I would like to issue a manifesto! Alas, producing such a powerful document seems to require not only a bedrock commitment to a cause, but a will of steel, piercing black eyes, and huge ham-like hands with hairy knuckles. Let me instead respectfully point out that our electoral process is deeply flawed to the point of embarrassment. Years ago, the erudite wit and social commentator Dick Cavett was asked by an interviewer whether he planned to vote in the coming election. Cavett responded in mock horror, “Heavens no, it just encourages them.” The recent Supreme Court decision allowing unlimited campaign contributions has only made the election spectacle worse.
The New Yorker magazine suggests that the two Presidential candidates will together spend over one billion dollars in television advertising alone before November 6. A close election is a windfall for television and radio station owners. Instead of coquettish commercials for male enhancement, or gold merchants trolling for suckers, stations can charge a Super PAC top dollar to run attack ads implying a wrong voter choice will likely mean the end of the republic.
To those who say it is private money or, in Latin no harmus, no foulus, I disagree. One fat cat may invest $10 million to save $50 million in taxes, and another may contribute in hopes of having a pillow fight in the Lincoln bedroom. Either way, you and I will pay. Media advertising may be powerful but it is less satisfying than if we were to invest our national 401K on Silly String and a giant fireworks display.
Imagine you are an overworked or out of work rust belt resident. Because you live in a swing state, candidates are continually popping in. They travel with their own entourage, but create traffic jams, false expectations, and a hefty bill for local police overtime. Your mailbox and front porch are buried in campaign literature on a daily basis. Answering the phone subjects you to robocalls or live pollsters. When the doorbell rings you hope it is Jehovah Witnesses, rather than another freshly scrubbed volunteer.
When you go to the grocery store, at least one news affiliate is sure to interview you on how it feels to be downtrodden. Even when watching television, the last affordable respite, you are inundated with thirty-second spots of a candidate standing in front of a boarded up factory proclaiming a need for new clean, green, high paying, wacky fun jobs!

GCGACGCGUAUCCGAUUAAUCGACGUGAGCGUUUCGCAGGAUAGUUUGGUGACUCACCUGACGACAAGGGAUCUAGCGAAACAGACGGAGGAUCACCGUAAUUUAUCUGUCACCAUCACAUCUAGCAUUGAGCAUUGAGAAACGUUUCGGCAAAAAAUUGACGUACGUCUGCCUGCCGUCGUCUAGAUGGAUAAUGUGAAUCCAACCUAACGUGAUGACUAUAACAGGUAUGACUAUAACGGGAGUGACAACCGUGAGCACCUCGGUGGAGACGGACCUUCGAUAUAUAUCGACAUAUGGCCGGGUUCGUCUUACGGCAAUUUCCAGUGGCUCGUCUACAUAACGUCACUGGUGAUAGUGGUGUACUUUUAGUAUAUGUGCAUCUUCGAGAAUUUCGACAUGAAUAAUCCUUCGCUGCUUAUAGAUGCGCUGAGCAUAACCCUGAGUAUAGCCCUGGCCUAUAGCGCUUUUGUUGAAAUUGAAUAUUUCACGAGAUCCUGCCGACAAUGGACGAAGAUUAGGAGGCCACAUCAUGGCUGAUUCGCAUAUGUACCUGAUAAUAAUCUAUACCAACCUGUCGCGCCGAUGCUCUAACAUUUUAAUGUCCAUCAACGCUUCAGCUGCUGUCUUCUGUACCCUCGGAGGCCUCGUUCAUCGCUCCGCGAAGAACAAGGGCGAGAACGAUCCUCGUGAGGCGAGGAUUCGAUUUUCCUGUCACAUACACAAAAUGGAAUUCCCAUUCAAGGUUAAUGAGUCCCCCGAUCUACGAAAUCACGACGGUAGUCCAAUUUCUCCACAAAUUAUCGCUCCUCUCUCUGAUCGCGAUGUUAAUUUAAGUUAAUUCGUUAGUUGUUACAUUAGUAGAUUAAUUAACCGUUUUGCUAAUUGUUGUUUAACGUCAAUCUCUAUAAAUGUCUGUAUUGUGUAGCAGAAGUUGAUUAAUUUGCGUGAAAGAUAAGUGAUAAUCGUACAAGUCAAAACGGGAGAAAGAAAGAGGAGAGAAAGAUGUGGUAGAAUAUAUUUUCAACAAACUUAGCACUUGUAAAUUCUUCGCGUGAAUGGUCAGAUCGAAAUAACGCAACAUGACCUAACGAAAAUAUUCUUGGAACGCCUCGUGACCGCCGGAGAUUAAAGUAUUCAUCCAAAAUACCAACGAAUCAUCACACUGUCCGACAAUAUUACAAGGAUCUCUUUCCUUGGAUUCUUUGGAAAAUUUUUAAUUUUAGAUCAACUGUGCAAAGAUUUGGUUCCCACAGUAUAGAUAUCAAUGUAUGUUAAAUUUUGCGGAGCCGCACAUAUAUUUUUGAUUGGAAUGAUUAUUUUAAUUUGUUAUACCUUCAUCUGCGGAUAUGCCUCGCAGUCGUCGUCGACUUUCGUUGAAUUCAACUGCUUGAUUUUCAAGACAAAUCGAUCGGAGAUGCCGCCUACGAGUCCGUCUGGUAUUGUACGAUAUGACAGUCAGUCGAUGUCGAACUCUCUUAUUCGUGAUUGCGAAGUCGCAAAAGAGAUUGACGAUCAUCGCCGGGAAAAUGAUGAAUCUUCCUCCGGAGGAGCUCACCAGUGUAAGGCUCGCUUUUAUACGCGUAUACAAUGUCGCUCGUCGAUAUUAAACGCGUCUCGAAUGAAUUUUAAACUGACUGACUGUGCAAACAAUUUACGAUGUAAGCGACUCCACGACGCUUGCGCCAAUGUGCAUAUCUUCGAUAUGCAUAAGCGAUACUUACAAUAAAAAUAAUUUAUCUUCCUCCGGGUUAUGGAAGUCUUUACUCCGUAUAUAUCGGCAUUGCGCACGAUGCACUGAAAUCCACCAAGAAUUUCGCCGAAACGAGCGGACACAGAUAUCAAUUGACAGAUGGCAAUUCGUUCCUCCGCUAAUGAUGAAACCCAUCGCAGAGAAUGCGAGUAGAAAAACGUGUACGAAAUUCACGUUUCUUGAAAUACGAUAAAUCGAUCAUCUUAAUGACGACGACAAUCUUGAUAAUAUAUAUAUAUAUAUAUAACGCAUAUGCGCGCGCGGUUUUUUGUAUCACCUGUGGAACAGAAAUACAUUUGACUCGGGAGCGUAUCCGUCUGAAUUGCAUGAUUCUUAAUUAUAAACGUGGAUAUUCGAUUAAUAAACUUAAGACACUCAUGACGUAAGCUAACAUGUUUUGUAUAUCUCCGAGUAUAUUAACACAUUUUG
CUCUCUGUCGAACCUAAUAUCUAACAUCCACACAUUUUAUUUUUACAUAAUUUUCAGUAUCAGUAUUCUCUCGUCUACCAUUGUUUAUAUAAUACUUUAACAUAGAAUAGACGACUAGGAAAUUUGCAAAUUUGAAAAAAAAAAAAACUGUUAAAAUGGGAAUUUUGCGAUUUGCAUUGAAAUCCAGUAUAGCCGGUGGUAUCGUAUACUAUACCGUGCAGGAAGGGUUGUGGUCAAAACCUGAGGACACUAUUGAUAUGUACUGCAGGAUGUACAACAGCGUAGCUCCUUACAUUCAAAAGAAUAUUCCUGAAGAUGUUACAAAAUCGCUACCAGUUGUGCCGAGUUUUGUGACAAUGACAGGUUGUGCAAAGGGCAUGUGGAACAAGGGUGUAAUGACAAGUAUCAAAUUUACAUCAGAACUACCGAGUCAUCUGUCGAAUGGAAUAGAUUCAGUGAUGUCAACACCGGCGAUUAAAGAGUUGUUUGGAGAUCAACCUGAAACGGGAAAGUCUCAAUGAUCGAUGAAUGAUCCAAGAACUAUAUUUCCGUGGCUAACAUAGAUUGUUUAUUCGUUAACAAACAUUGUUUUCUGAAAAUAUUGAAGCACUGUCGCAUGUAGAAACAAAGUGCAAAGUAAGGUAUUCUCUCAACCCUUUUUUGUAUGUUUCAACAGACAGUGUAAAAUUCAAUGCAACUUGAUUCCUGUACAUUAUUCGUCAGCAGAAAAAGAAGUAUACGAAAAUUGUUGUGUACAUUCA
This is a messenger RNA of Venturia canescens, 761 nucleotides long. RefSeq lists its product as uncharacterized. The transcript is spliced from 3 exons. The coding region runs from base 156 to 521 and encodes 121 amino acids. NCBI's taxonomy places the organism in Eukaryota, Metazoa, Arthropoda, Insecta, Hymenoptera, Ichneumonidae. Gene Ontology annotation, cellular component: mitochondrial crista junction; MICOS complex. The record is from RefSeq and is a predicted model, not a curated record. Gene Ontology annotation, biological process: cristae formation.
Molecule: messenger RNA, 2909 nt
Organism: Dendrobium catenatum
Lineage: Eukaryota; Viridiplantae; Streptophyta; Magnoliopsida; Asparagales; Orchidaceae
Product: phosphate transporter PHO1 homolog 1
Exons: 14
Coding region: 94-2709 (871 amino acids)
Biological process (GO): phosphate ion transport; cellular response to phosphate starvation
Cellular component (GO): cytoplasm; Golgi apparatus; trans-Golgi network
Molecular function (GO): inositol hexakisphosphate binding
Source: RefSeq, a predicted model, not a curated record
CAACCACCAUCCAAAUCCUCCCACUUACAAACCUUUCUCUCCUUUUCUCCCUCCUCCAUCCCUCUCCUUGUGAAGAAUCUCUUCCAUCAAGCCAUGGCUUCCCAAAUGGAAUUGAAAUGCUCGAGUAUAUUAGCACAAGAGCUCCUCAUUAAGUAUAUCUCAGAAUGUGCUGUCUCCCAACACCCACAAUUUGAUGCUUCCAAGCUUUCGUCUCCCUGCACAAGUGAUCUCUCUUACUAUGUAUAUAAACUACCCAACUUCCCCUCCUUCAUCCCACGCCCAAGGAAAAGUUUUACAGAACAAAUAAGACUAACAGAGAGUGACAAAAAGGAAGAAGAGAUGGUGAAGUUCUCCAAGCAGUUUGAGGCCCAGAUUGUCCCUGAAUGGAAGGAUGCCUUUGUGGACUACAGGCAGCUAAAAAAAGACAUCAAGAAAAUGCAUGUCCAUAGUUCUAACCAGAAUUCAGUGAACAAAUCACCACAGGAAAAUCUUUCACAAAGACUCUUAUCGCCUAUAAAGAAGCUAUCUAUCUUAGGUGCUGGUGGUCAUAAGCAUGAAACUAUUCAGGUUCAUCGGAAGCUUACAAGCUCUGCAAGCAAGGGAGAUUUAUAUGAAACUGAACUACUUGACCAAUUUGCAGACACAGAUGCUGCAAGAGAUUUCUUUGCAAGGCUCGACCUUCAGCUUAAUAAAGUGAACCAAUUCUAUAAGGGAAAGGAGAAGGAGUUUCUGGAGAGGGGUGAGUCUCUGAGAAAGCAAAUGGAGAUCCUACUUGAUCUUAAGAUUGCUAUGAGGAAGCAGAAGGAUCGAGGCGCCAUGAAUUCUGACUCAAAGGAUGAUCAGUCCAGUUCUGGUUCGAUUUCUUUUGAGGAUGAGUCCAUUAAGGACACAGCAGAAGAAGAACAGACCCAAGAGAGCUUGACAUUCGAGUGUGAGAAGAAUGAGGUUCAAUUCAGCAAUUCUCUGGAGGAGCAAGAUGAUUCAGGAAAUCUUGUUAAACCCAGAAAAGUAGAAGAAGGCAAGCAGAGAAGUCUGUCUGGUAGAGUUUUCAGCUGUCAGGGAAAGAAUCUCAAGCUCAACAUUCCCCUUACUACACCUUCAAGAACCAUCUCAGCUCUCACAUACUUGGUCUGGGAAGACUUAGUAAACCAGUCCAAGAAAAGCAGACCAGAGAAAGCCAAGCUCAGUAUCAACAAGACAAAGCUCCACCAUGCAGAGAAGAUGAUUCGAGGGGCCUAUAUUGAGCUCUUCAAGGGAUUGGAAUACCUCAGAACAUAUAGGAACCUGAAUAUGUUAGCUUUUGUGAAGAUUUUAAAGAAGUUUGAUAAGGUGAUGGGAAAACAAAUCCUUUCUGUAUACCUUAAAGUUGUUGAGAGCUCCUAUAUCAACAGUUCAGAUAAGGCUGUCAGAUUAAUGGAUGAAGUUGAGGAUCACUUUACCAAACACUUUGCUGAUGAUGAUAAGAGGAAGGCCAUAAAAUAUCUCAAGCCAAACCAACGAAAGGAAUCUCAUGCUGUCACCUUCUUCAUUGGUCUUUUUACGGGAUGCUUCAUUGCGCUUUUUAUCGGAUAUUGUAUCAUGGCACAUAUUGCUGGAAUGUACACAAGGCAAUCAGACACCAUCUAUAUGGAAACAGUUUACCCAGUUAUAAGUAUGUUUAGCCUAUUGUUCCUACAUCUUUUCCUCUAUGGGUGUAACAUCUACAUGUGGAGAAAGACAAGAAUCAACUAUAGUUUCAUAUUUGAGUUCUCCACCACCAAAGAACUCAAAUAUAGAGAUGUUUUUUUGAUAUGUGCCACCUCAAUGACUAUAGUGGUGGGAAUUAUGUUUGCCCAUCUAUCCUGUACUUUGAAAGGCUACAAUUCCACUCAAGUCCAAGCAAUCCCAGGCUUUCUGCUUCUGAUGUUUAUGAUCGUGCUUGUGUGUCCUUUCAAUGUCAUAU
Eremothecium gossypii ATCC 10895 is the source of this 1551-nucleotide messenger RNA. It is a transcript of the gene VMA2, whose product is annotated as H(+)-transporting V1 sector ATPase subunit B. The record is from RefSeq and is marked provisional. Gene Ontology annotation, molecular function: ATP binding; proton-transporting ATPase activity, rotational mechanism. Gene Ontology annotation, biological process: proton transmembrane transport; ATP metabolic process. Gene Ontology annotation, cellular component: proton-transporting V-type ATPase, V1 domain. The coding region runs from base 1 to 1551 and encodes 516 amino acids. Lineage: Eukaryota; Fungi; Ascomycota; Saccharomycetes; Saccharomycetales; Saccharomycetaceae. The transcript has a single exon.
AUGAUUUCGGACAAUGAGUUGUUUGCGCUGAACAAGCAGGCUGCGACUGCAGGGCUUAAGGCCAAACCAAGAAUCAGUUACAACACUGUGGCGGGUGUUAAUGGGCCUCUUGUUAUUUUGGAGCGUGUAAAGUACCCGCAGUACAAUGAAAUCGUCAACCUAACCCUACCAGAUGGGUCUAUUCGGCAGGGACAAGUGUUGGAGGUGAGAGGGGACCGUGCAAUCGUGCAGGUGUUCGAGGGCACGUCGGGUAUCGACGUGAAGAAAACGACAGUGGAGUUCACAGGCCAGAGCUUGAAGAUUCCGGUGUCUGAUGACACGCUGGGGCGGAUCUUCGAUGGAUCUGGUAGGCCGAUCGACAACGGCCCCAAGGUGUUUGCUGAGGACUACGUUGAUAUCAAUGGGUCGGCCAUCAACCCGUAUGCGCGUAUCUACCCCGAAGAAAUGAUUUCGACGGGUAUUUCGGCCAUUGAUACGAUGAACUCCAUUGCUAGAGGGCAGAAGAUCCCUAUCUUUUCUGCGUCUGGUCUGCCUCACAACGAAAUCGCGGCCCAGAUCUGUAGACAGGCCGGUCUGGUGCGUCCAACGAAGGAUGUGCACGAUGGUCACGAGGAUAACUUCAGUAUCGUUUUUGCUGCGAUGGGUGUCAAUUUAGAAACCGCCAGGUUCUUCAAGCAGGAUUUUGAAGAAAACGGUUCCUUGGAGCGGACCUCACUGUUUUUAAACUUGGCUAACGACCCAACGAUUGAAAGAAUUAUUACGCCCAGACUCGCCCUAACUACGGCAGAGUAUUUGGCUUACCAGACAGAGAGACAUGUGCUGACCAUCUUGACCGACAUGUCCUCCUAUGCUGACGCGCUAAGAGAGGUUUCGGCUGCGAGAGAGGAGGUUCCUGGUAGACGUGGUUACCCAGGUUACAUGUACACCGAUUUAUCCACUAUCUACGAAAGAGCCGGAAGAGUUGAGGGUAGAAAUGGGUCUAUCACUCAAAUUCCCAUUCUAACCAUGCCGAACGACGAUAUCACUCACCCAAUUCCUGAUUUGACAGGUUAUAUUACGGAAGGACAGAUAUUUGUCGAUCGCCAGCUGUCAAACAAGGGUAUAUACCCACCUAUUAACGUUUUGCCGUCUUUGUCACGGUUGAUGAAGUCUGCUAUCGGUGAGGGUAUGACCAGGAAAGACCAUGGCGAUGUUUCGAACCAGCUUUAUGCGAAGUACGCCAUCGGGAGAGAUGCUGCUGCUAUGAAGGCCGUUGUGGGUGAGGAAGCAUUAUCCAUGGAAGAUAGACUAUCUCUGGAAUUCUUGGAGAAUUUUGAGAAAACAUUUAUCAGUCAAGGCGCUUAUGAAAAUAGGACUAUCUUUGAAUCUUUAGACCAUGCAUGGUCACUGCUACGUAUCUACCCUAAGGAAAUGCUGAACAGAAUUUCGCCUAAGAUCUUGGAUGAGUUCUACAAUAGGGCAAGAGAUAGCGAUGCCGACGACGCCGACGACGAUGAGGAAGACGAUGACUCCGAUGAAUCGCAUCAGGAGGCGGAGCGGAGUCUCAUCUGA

Campaign funds come from Super PACs, fat cats, corporations, billionaires, foreign investors, movie stars, unions, and you and me. The money goes primarily to advertising agencies, media moguls, consultants, and seemingly everyone except “the plucky widow I met in Hattiesburg, Mississippi who has three sons in Iraq, recently had her spleen repossessed by an insurance company, and needs new batteries for her iron lung.”
Here is my big idea, and I admit it is fraught with peril and possible abuse, but look where we are now. Currently we spend a billion dollars and only serve to annoy the target audience. There are people with heartbreaking stories and documented needs. They are hungry and we are giving them four color glossy pictures of food!
What if political parties were encouraged to “one up” each other by using their bulging coffers to champion good works? Candidates would receive public recognition for aiding hard hit states and municipalities. They may get naming rights like corporations and individual donors do on sports venues and university buildings. I know this sounds like buying votes, which is as unethical as attempting to disenfranchise our citizenry. I admit the idea needs tweaking — but here are two examples.
Candidate #1 “I could release a series of venomous TV attack ads aimed at my narcissistic, bat-sucking, cretinous opponent. Looking into the hearts of people of this great state, I have instead decided to direct those funds to be used to keep every public library in the state open on Saturdays! Furthermore, for young people and families, I have authorized my campaign to make a contribution that will ensure that every recreation center and community swimming pool will have extended hours!”
Candidate #2 “My staff was ready to place four hundred likenesses of me on billboards all over the greater metropolitan area. I said, ‘People already know what I look like and we do not want to scare the children. Let’s do something else with the money.’ Because I believe in scratching where it itches, I asked, ‘What do the people want?’ Turns out y’all would like a continuation of the bike paths begun the last time my party was in office. We are gonna pay to extend the path from Fox Hollow Creek, all the way to downtown! And that’s good jobs for the local economy!”
Tom H. Cook is a writer and former HLP resident. We have no idea where he gets the audacity to continue to submit his ideas to this publication. There is a chance that he is really three women.